Famous Quotes About Profound Loss
Browse 10 famous quotes and sayings about Profound Loss.
Top Quotes About Profound Loss
1. "I'm also a great believer in the dream life; that while we're asleep, a deep subconscious connection is made about our profoundest fears, hopes, loves, losses, dreads and desires."
Author: Andrew Motion
2. "But I got a great deal else from the experience. I learned to pitch a tent and sleep beneath the stars. For a brief, proud period I was slender and fit. I gained a profound respect for the wilderness and nature and the benign dark power of woods. I understand now, in a way I never did before, the colossal scale of the world. I found patience and fortitude that I didn't know I had. I discovered an America that millions of people scarcely know exists. I made a friend. I came home."
Author: Bill Bryson
3. "She had what it took: great hair, a profound understanding of strategic lip gloss, the intelligence to understand the world and a tiny secret interior deadness which meant she didn't care."
Author: Douglas Adams
4. "There Albine lay, panting, exhausted by love, her hands clutched closer and closer to her heart, breathing her last. She parted her lips, seeking the kiss which should obliterate her, and then the hyacinths and tuberoses exhaled their incense, wrapping her in a final sigh, so profound that it drowned the chorus of roses, and in this culminating gasp of blossom, Albine was dead."
Author: Émile Zola
5. "The rose Dawn might have found them weeping still had not grey-eyed Athena slowed the night when night was most profound, and held the Dawn under the Ocean of the East. That glossy team, Firebright and Daybright, the Dawn's horses that draw her heavenward for men- Athena stayed their harnessing."
6. "Or rather, it made him into two people. He was by nature a cheerful almost irrepressible person with a great zest for life. He loved good talk and physical activity. He had a deep sense of humour and a great capacity for making friends. But from now onwards there was to be a second side, more private but predominant in his diaries and letters. This side of him was capable of bouts of profound despair. More precisely, and more closely related to his mother's death, when he was in this mood he had a deep sense of impending loss. Nothing was safe. Nothing would last. No battle would be won for ever."
Author: Humphrey Carpenter
7. "Charity is salt in the wound. It is painful. The state gives charity with the bitter hatred of a victim to his blackmailer. The receiver of free money is subjected to harassment, insult, and profound humiliation. Newspapers are enlisted to heap scorn on the arrogant bastards who choose to beg instead of starve or let their children starve. It is made clear that the poor seek charity as a great and sordid chicanery in which they delight. And there are some who do. As there are people who take delight in sticking hot needles deep into their abdomens, swallow pieces of broken bottles. A special taste. Speaking for humanity in general, the poor accept charity with a shame and loss of self-respect that is truly pitiful."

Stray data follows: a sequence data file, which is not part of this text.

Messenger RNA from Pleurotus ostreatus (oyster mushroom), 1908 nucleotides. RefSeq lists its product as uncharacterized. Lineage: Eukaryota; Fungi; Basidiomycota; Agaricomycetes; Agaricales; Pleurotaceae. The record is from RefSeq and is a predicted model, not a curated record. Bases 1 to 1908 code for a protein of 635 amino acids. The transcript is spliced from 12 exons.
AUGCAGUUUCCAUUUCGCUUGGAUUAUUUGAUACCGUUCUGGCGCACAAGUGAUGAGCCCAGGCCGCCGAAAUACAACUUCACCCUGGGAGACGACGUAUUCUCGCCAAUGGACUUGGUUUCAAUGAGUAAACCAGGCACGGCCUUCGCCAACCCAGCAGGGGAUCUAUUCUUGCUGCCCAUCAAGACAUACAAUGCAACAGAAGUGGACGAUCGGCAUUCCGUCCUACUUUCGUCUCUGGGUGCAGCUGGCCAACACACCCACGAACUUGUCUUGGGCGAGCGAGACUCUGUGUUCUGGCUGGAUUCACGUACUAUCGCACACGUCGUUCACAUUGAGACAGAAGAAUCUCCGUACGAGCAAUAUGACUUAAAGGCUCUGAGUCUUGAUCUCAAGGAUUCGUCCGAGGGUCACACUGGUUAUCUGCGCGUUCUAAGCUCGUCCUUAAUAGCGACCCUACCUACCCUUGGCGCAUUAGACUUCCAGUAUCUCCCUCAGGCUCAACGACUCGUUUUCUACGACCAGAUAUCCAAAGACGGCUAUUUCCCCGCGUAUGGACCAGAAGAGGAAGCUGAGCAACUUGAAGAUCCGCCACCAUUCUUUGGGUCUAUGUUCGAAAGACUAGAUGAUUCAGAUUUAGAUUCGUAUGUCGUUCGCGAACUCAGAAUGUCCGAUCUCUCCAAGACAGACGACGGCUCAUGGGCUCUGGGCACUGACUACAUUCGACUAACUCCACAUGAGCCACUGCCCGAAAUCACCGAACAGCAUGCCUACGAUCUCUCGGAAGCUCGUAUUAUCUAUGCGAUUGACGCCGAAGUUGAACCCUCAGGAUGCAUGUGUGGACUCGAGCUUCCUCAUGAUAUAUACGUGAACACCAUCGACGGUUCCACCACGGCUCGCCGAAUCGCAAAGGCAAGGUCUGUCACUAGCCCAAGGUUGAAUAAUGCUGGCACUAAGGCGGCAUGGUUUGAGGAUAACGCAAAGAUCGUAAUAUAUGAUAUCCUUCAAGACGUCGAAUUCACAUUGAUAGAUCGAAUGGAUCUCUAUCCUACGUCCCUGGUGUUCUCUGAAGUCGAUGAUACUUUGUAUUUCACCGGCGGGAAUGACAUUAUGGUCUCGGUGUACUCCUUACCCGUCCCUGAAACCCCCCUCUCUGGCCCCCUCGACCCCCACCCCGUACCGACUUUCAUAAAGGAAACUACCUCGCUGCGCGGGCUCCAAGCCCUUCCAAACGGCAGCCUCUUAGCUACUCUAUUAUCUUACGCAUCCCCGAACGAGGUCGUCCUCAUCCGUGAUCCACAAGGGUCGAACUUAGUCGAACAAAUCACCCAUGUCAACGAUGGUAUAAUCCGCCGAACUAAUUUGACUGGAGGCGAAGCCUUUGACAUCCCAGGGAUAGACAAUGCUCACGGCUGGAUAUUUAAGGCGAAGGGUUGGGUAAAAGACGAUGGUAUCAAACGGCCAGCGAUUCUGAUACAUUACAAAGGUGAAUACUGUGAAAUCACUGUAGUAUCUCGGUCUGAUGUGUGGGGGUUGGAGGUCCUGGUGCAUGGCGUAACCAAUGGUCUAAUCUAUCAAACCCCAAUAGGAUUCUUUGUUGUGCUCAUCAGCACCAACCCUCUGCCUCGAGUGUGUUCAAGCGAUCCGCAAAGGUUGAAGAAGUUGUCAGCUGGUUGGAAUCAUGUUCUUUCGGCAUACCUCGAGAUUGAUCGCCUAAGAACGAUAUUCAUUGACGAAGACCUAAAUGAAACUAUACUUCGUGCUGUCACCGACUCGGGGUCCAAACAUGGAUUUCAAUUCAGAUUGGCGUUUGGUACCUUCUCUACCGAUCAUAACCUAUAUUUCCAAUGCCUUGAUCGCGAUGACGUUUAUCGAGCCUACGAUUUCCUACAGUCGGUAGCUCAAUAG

Author: Mario Puzo
8. "And so in poetry too, the real poetical quality, the joy of poetry, comes never from the subject but from an inventive handling of rhythmical language, from what Keats called the 'sensuous life of verse.' The element of song in the singing accompanied by the profound joy of motion, is so sweet that, while the incomplete lives of ordinary men bring no healing power with them, the thorn-crown of the poet will blossom into roses for our pleasure; for our delight his despair will gild its own thorns, and his pain, like Adonis, be beautiful in its agony; and when the poet's heart breaks it will break in music."
Author: Oscar Wilde
9. "Death is a great tragedy…a profound loss…I don't accept it…I think people are kidding themselves when they say they are comfortable with death."
Author: Ray Kurzweil
10. "The death of Robert G. Ingersoll, on July 21, 1899, was one of the most widely -- noted events of that year in the civilized world. It was also one of the most widely and profoundly regretted, -- the most deeply deplored. Everywhere, the wisest knew (and the noblest felt) that the cause of humanity had met its greatest loss. To many thousands who realized the intellectual amplitude, the moral heroism and grandeur, the boundless generosity and sympathy, the tenderness and affection, of this incomparable man, his passing was as an intimate and bitter bereavement.Ingersoll was doubtless known, personally and otherwise, to more people than any other American who had not sat in the presidential chair; and, notwithstanding either the number or the wishes of his critics, his death probably brought genuine grief to more hearts than has that of any other individual in our history. Twice before, 'a Nation bowed and wept'; this time, a people."
Author: Robert G. Ingersoll
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